Two trials have assessed the effects of 17β-estradiol on carotid intimal media thickness. In the Estrogen in the Prevention of Atherosclerosis Trial (EPAT), 222 postmenopausal women were randomized to two years of treatment with either micronized 17β-estradiol or to placebo. Although the results have not yet been published, the 17β-estradiol group was reported to have improved carotid measurements (16). In contrast, the Postmenopausal Hormone Replacement against Atherosclerosis (PHOREA) trial found no effect of 17β-estradiol combined with either of two doses of a progestin on carotid intimal media thickness in a study of 321 postmenopausal women followed for one year (17).
The Papworth HRT and Atherosclerosis Survival Enquiry (PHASE) included 255 postmenopausal women with coronary disease, randomized to transdermal 17β-estradiol, with or without cyclic norethisterone (18). The primary end point, death, MI or hospitalization for unstable angina, occurred slightly more often in the hormone group (hazard ratio 1.23, 95% CI, 0.82 to 1.86). The trial was stopped early because of the likelihood that it would not show benefit.
Adverse effects of hormone replacement
In both observational studies (19–21)and clinical trials (22), estrogen use in postmenopausal women increased the risk of venous thromboembolic disease. Hormone replacement should be discontinued in women who are immobilized by fractures, surgery or stroke. Estrogen replacement increases the risk of gall bladder disease (23). Use for longer than five years increases the risk of breast cancer (24).
Unopposed estrogen causes breakthrough bleeding and endometrial hyperplasia in the older postmenopausal age group where coronary disease is most prevalent (15), and it is not practical long-term therapy, even with frequent monitoring to detect endometrial cancer. Hormone replacement is extremely useful to control menopausal symptoms; however, older women usually do not appreciate the breast tenderness and bleeding that often occurs with initiation of therapy. Even among the selected women who participate in clinical trials, maintaining compliance with this treatment is difficult; for example, in HERS the proportion of women who discontinued hormone treatment was 18% at one year and 25% at three years (12).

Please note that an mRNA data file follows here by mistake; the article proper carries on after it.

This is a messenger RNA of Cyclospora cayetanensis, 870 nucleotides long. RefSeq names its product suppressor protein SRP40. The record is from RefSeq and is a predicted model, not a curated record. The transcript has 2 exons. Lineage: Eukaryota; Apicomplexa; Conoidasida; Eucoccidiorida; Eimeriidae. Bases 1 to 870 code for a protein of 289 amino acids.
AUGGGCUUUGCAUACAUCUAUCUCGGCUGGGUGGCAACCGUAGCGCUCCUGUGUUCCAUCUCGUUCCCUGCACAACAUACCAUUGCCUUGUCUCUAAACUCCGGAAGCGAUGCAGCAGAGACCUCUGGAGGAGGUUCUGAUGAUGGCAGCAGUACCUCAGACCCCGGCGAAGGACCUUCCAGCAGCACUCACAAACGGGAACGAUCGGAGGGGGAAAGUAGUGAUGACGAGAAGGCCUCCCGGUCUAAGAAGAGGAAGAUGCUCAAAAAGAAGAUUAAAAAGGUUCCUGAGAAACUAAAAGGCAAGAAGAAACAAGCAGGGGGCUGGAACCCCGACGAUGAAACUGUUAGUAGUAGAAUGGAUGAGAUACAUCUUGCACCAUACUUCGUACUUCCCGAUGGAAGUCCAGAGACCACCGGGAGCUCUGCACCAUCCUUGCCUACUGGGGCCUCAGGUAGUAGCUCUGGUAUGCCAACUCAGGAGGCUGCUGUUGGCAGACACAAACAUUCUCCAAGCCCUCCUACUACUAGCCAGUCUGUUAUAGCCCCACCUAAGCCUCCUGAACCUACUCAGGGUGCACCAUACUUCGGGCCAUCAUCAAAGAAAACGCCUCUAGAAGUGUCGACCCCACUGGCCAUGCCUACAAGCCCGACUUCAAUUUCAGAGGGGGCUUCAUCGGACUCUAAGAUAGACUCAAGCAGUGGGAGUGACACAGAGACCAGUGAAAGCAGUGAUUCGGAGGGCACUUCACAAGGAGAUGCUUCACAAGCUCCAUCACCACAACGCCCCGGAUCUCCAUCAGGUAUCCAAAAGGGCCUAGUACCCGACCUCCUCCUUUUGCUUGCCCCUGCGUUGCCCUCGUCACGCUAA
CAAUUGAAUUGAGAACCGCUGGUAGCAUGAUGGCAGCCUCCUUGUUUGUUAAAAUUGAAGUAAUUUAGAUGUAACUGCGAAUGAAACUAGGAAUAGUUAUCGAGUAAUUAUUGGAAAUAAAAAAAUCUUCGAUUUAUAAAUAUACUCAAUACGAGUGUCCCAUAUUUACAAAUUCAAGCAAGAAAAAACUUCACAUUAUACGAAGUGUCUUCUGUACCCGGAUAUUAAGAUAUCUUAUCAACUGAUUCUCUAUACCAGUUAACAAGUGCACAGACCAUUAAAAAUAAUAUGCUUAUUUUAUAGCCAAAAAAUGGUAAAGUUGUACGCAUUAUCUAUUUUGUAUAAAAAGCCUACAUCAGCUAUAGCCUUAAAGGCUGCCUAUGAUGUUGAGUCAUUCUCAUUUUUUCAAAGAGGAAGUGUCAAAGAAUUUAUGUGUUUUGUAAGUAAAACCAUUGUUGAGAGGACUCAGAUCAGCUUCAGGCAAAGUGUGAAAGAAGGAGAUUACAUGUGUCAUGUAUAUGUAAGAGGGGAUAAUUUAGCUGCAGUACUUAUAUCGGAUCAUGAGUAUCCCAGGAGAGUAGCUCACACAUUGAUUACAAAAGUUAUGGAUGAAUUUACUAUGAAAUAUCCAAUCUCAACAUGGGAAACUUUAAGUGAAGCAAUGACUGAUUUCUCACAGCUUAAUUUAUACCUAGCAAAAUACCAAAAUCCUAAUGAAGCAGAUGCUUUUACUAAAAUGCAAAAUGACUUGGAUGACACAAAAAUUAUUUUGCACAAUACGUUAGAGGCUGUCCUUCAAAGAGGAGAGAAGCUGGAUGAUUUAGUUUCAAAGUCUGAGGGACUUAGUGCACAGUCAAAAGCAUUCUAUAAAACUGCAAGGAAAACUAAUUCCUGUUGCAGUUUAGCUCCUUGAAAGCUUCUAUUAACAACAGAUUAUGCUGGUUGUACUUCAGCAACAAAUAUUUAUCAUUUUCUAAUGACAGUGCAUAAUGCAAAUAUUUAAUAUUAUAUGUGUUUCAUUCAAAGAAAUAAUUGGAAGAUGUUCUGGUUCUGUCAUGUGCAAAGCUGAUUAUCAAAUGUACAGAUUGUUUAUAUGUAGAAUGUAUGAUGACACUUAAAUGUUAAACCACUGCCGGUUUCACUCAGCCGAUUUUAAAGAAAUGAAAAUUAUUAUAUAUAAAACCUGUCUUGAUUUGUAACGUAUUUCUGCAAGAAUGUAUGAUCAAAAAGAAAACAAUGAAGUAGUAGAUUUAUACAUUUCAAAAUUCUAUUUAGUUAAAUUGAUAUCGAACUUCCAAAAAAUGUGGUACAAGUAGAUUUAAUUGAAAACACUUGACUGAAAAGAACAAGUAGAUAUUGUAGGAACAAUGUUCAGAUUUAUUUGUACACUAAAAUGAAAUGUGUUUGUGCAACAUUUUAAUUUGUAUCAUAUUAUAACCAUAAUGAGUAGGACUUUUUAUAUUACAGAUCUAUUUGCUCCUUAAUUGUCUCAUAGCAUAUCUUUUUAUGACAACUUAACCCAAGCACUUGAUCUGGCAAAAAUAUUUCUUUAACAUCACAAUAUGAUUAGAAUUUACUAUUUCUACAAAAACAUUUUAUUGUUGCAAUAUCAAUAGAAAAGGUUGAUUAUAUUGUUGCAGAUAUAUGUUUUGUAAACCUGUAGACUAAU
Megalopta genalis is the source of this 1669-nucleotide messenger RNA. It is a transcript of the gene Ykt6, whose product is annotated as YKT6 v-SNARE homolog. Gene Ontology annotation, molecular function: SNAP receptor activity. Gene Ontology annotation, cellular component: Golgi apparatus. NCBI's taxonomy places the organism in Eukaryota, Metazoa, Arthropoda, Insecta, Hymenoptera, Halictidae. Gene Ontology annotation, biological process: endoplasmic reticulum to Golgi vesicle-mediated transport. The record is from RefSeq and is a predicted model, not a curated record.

Conclusions and clinical implications
The present study by Schulman et al. (3), and many of the other studies discussed above, lack sufficient power to be conclusive. Diehard estrogen advocates will continue to argue that the problems of hormone replacement relate to progesterone, or to the type of estrogen, the dose or the mode of delivery. Future clinical trials may prove that they are correct. In the meantime, based upon the currently available information, what are we to do?
The recommendation of the HERS investigators (12), that hormone replacement therapy not be begun for the purpose of secondary prevention of coronary disease, is becoming more widely accepted. Should we go further? Based upon the suspicion of potential risk, and the documented absence of any benefit, we should consider discontinuing hormone replacement in women with acute coronary events, particularly if it had been begun within the previous year, unless a compelling reason exists to continue treatment. Many other drugs improve the outcome of patients after an acute coronary event; thus, we should focus on compliance with treatment of proven benefit.
In an editorial published in 1996, Jacques Rossouw noted that two-thirds of physicians reported that they prescribed hormone replacement therapy for coronary heart disease despite the absence of conclusive evidence of benefit (25). Rossouw (25)recommended “putting the brakes on the bandwagon.” The clinical trial data that have accumulated since then have vindicated his point of view: the bandwagon is now bedraggled and the music has died. Yet hormone replacement is still prescribed by some physicians with the expectation that it will prevent coronary events. The greatest advance in our understanding of how estrogen prevents heart disease may turn out to be our realization that it does not.
↵∗ Editorials published in the Journal of the American College of Cardiologyreflect the views of the authors and do not necessarily represent the views of JACCor the American College of Cardiology.